The big-picture story at shopping center landlord Brixmor (BRX 0.15%) is redevelopment. There's a problem with that in a world where the prices for everything from lumber to labor is quickly escalating. Only Brixmor's management team doesn't seem all that worried about this particular headwind. Which makes sense when you start to dig a little deeper into the redevelopment story.
A lot of work
Real estate investment trust (REIT) Brixmor owns 386 shopping centers. These are the types of places that people visit on a regular basis; the company notes that around 70% of its centers have a grocery component. Although strip malls like these aren't exactly sexy properties, they are highly reliable.
There are really two notable ways of growing a strip mall business. The first is to keep buying new properties to expand the portfolio. That's well and good, but there are only just so many really good strip malls out there. And the best ones are usually priced to reflect their underlying value. The second big way to grow a strip mall portfolio's value is to invest in the assets you already own via redevelopment projects.
This has been a key focus for Brixmor. Between 2016 and 2020, the REIT spent roughly $524 million across 166 projects and estimates it achieved an incremental net operating income yield of 11%. In 2021 it stabilized an additional 39 projects, with another 49 currently in process. It believes there's another $1 billion worth of projects that it could bring on in the future as well, suggesting that somewhere between $150 million and $200 million a year in redevelopment is an achievable goal going forward. Clearly, redevelopment is very important to the Brixmor story.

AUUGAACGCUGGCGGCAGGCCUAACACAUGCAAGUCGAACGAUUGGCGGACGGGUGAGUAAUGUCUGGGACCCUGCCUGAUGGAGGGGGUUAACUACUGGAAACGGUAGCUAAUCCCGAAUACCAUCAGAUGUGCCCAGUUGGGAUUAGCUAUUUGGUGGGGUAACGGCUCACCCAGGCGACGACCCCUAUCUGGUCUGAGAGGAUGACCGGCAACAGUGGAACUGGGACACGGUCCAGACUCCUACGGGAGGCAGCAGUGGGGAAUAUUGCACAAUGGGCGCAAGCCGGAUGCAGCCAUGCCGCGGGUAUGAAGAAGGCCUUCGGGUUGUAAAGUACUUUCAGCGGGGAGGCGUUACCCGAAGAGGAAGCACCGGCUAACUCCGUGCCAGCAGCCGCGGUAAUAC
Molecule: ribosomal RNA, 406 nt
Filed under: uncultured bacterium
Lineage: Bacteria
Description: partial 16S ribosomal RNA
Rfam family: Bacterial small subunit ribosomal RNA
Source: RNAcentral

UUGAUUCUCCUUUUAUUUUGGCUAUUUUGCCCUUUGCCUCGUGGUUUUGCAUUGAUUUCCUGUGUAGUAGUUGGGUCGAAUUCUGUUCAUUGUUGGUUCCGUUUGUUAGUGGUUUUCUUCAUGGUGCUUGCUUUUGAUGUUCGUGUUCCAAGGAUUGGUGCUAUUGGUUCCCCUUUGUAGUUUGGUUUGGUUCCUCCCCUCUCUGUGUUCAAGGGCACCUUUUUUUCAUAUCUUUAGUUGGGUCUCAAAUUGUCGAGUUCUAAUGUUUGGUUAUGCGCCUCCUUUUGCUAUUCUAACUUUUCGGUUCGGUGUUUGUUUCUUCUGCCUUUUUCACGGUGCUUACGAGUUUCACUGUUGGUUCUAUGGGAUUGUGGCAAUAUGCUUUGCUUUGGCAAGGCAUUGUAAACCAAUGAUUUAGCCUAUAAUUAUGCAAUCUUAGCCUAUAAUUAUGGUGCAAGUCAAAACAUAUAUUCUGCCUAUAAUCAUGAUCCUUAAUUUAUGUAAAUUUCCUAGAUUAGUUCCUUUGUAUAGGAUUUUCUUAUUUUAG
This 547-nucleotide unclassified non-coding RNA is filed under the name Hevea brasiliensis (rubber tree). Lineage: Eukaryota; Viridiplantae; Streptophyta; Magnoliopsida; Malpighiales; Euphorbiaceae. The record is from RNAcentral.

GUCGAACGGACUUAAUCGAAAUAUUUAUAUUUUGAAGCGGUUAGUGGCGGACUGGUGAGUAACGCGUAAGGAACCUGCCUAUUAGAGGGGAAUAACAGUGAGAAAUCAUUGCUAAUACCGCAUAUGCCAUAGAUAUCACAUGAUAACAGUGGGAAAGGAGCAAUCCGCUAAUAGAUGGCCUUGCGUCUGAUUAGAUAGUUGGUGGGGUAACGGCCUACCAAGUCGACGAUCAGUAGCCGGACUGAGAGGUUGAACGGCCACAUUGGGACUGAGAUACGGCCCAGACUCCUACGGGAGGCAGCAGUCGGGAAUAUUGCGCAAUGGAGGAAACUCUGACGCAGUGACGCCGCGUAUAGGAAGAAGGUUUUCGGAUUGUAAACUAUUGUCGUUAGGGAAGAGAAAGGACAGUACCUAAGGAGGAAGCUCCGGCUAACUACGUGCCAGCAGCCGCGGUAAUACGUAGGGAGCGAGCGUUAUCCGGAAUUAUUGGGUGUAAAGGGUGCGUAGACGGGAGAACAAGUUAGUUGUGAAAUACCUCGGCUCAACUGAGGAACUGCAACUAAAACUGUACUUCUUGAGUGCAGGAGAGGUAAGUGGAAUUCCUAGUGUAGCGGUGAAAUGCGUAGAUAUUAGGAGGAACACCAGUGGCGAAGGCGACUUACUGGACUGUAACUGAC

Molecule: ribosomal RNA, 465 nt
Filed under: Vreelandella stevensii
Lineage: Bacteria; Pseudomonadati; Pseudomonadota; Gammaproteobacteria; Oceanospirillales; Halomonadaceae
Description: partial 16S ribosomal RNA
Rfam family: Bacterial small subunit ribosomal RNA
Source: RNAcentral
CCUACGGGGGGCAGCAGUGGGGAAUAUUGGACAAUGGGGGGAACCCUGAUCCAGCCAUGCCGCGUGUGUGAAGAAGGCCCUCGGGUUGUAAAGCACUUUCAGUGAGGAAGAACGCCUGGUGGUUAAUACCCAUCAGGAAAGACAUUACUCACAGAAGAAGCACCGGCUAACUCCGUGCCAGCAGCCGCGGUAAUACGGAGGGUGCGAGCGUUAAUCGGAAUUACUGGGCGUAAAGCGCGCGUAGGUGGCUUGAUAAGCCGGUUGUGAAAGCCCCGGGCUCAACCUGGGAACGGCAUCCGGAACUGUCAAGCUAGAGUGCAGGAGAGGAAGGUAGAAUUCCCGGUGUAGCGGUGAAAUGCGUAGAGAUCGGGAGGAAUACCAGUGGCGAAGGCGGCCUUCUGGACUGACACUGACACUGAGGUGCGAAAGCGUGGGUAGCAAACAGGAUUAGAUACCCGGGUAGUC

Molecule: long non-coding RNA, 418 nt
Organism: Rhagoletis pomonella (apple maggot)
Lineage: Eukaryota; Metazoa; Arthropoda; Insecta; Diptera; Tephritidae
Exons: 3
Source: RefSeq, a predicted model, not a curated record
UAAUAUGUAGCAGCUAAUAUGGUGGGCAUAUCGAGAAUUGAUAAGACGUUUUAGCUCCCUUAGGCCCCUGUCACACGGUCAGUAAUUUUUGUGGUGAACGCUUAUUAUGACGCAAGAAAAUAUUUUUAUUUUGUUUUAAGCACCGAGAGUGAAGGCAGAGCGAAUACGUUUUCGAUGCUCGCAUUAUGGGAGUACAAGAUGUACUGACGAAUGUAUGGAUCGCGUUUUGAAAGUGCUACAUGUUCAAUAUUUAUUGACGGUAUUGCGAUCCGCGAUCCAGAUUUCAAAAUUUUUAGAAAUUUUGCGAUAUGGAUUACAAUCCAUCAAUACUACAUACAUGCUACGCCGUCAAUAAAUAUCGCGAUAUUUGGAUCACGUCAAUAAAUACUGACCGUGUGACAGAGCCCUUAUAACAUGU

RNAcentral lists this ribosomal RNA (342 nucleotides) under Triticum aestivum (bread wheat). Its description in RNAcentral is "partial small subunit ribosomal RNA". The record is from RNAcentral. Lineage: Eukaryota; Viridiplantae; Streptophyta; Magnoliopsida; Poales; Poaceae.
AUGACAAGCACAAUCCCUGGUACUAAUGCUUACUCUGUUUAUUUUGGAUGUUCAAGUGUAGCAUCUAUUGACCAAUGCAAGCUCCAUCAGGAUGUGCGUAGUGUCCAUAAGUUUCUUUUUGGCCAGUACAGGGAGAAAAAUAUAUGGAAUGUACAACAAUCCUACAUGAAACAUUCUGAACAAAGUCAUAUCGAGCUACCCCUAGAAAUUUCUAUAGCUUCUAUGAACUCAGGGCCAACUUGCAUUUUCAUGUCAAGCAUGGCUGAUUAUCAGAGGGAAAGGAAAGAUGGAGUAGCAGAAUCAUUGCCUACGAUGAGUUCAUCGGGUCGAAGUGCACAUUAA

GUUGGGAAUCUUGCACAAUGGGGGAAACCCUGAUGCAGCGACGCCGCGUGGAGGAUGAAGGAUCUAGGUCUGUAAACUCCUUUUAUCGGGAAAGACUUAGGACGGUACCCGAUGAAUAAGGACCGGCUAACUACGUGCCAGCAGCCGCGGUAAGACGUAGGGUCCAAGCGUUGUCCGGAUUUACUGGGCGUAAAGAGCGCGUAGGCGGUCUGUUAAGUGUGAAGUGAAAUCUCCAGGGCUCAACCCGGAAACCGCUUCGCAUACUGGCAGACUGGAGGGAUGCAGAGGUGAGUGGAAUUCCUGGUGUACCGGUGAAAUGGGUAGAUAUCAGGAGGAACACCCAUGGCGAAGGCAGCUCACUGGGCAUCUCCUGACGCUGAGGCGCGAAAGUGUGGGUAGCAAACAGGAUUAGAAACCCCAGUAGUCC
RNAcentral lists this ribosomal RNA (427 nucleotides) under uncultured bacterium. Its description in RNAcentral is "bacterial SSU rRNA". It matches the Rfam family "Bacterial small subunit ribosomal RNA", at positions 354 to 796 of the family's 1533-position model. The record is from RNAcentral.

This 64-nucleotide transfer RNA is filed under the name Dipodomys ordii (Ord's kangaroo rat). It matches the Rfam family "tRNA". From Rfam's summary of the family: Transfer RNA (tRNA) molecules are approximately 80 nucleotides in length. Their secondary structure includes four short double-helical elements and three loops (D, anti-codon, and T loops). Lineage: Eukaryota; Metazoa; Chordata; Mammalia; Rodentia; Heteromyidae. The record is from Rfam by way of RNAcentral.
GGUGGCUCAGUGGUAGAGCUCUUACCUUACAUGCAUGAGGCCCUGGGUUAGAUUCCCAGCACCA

Rising prices matter, but...
Investors, however, may have noticed that prices are rising for just about everything today. Lumber, specifically, has seen massive price increases over the past year or so. Labor costs, too, have been impacted by inflation. These are both major components of the cost of redevelopment projects. To put a number on this, Brixmor expects its 2021 projects to offer an incremental net operating income yield of 10% but only expects 9% from the 49 projects it has in its current pipeline. That's just a one-percentage-point difference, but it's actually a 10% change. That's notable.
However, there's another factor to look at, which CEO James Taylor summed up fairly well during Brixmor's third-quarter 2021 earnings conference call:
Perhaps the biggest thing is an attractive rent basis. We've talked about it since we've joined that we have really well-located older shopping centers with, as I mentioned in my remarks, an average expiring rent over the next couple of years of under $9 a foot. So that gives you a lot of room, if you will, to absorb the inevitable rise in cost and other challenges that are just part of the business.
Nine dollars per square foot compares to the over $15 per square foot the company has been able to ink lease deals at of late. Essentially, as redevelopment opportunities come up, Brixmor goes in with such low lease rates from legacy contracts that the impact of inflation is more than offset by the benefit of upgrading a property so it can charge higher rents. Sure, inflation may reduce the overall return Brixmor can expect from its efforts, but that doesn't mute the overall benefit to the REIT and its shareholders.
An inflation fighter?
The long game here is that inflation will hurt Brixmor but that the rent growth it achieves should more than offset that hit and allow for solid growth in funds from operations (FFO). And, based on the backlog it thinks it has, there's at least a decade of redevelopment ahead. That, in turn, should support future dividend increases for years to come. For dividend investors looking to live off of the income their portfolios generate, this inflation protection story could be worth a closer look at a time when rising costs are eating away at the buying power of your cash flow.